These books are highly autobiographical and readers know it. When I first began writing, I followed the “write what you know” rule and just wrote it using my name and real people to help me. I thought Iwould change it later. But as the book progressed, it just felt right to leave it as is. I think I was inspired a little by the Little House books, where Laura Ingalls wrote about herself and used everyone’s real names—reading those books felt more exciting because you assumed it all really happened. I hoped that readers would feelthe same way when they read my books!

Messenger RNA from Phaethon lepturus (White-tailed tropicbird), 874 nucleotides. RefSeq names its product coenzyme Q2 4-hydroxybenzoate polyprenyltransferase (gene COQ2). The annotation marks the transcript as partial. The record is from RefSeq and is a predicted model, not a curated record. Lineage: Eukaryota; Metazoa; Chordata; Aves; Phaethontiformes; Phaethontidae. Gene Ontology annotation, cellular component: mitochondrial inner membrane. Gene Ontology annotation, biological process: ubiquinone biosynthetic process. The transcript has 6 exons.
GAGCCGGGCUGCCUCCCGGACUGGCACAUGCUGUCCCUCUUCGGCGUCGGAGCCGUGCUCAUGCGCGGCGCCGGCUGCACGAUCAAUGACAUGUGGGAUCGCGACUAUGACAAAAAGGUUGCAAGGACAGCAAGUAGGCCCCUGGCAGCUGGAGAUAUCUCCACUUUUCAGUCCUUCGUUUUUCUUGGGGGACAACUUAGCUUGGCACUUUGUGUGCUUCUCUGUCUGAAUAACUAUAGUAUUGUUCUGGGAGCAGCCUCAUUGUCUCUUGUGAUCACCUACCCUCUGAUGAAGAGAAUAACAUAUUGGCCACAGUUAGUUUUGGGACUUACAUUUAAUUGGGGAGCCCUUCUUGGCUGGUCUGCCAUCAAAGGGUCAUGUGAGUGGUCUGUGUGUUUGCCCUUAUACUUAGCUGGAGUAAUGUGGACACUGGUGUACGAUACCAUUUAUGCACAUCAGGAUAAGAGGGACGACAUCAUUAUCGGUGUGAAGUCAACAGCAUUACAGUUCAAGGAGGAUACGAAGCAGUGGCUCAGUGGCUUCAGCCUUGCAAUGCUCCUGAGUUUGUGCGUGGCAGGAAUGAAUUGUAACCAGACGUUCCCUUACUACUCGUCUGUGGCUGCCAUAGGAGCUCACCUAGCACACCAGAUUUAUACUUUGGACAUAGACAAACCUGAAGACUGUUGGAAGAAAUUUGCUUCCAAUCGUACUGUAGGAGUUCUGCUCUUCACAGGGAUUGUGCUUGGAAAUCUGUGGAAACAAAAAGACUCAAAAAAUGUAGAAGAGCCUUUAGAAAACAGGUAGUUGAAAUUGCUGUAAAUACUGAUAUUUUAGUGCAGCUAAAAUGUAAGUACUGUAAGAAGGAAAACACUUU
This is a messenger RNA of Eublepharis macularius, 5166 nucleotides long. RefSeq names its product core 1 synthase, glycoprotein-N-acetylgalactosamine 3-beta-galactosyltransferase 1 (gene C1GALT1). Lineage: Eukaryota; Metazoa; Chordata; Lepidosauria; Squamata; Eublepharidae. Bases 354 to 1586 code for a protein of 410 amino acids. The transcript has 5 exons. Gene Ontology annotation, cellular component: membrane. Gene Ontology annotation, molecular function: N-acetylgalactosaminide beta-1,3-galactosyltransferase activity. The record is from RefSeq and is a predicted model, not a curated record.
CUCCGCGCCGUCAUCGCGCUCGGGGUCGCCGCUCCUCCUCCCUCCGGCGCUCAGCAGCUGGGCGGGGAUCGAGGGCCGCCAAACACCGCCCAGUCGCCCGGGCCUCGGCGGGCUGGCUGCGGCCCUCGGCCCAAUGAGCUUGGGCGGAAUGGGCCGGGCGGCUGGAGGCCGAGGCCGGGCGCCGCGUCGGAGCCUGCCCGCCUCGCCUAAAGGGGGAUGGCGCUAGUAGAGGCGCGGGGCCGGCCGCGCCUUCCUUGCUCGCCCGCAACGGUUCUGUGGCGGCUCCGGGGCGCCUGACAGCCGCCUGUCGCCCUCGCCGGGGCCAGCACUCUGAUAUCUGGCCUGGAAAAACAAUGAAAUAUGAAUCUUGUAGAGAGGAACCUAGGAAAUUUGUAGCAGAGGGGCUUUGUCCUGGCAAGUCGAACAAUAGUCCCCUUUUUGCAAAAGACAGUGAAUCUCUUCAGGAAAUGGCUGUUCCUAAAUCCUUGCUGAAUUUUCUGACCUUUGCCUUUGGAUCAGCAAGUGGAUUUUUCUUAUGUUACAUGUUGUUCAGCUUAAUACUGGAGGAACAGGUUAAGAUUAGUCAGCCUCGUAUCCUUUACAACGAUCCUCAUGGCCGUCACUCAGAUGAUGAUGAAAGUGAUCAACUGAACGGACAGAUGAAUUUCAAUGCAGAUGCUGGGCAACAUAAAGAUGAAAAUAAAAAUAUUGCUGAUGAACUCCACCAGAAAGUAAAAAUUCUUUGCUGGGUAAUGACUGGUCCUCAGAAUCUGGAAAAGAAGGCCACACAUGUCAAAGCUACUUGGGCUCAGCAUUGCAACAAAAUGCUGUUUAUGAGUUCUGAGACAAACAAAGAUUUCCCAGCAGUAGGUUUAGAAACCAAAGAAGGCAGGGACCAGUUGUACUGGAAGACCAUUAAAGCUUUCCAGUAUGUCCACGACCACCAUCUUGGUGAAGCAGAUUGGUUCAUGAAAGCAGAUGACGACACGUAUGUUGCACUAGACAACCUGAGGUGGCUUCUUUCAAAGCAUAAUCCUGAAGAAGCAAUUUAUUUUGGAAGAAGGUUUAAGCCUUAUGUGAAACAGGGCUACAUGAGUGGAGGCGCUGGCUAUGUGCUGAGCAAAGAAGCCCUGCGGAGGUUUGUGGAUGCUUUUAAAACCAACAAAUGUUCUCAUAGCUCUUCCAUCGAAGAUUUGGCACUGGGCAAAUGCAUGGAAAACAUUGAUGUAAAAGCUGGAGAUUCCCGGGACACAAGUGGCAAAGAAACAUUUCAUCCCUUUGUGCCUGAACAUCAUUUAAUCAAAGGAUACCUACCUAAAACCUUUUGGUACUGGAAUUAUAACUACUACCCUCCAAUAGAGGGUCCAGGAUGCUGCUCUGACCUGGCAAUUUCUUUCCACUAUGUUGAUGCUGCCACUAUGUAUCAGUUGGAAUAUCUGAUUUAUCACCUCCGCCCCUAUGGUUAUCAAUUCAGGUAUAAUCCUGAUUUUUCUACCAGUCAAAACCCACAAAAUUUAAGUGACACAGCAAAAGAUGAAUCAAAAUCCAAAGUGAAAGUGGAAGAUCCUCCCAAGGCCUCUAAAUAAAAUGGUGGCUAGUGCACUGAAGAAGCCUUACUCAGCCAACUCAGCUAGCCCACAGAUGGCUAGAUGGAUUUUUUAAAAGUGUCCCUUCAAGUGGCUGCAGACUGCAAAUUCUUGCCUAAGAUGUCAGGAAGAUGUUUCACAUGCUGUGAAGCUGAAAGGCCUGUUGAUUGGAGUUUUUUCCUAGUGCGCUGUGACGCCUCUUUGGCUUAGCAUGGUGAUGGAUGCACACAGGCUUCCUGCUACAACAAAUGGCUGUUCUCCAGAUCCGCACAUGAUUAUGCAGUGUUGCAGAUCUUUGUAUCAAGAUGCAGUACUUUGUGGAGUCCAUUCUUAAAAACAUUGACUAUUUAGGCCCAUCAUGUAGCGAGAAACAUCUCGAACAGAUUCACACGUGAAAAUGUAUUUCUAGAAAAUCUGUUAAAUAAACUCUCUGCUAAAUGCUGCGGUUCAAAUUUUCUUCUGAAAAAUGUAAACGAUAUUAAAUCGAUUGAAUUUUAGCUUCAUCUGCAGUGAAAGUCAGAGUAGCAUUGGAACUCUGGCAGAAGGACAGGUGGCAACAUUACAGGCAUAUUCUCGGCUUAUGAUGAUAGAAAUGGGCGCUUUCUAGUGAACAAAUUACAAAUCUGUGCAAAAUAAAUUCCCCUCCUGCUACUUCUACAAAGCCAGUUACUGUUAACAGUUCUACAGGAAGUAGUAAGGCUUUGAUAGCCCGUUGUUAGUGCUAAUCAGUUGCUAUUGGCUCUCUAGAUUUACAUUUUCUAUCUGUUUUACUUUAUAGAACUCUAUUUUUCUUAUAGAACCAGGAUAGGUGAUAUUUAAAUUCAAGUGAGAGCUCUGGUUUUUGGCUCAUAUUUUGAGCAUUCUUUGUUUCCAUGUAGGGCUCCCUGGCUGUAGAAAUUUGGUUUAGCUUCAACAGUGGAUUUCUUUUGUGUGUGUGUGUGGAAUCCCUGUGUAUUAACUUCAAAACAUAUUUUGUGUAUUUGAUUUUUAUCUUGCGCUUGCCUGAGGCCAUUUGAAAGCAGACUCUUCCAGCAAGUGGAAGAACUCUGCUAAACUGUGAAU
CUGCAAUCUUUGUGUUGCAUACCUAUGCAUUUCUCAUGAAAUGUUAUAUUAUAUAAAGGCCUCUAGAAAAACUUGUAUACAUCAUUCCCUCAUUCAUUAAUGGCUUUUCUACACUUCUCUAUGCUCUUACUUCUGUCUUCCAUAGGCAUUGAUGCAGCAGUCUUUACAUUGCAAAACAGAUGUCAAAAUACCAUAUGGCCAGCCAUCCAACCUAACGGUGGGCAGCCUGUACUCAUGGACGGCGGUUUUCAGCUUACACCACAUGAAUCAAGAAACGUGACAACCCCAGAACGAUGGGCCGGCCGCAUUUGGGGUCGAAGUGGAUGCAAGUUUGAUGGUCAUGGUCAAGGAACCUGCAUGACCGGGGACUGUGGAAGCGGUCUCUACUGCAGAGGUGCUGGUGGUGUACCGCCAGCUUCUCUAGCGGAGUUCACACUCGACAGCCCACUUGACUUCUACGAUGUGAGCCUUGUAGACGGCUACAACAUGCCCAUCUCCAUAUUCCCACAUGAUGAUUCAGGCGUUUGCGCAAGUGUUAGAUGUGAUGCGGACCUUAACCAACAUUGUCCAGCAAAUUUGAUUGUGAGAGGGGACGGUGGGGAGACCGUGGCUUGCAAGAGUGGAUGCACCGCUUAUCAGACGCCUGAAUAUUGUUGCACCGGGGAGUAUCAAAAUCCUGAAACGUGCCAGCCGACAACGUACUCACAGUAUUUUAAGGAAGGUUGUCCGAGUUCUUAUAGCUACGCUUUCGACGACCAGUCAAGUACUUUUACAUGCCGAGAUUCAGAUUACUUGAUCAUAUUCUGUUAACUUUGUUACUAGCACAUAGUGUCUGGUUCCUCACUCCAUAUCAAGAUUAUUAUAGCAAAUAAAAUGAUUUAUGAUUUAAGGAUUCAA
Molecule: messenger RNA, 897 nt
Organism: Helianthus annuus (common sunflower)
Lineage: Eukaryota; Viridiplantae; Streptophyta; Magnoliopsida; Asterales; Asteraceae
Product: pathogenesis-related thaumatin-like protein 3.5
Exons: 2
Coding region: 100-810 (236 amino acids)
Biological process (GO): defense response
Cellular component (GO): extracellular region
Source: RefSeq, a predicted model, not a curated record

One of the things I absolutely enjoyed in Year of the Rat (the book that comes before Dumpling Days), is Pacy’s friendship with Melody. Like Pacy and Melody, I also had to experience losing my best friend to a move when I was in elementary school. And in fact, you experienced something similar, too, with one of your friends, who later turned out to be your editor! Can you tell us a little about what it’s been like to write and edit together a story that might be inspired by experiences you shared together? Do you both rememberdifferently what happened? Do your shared memories play a role increating and editing?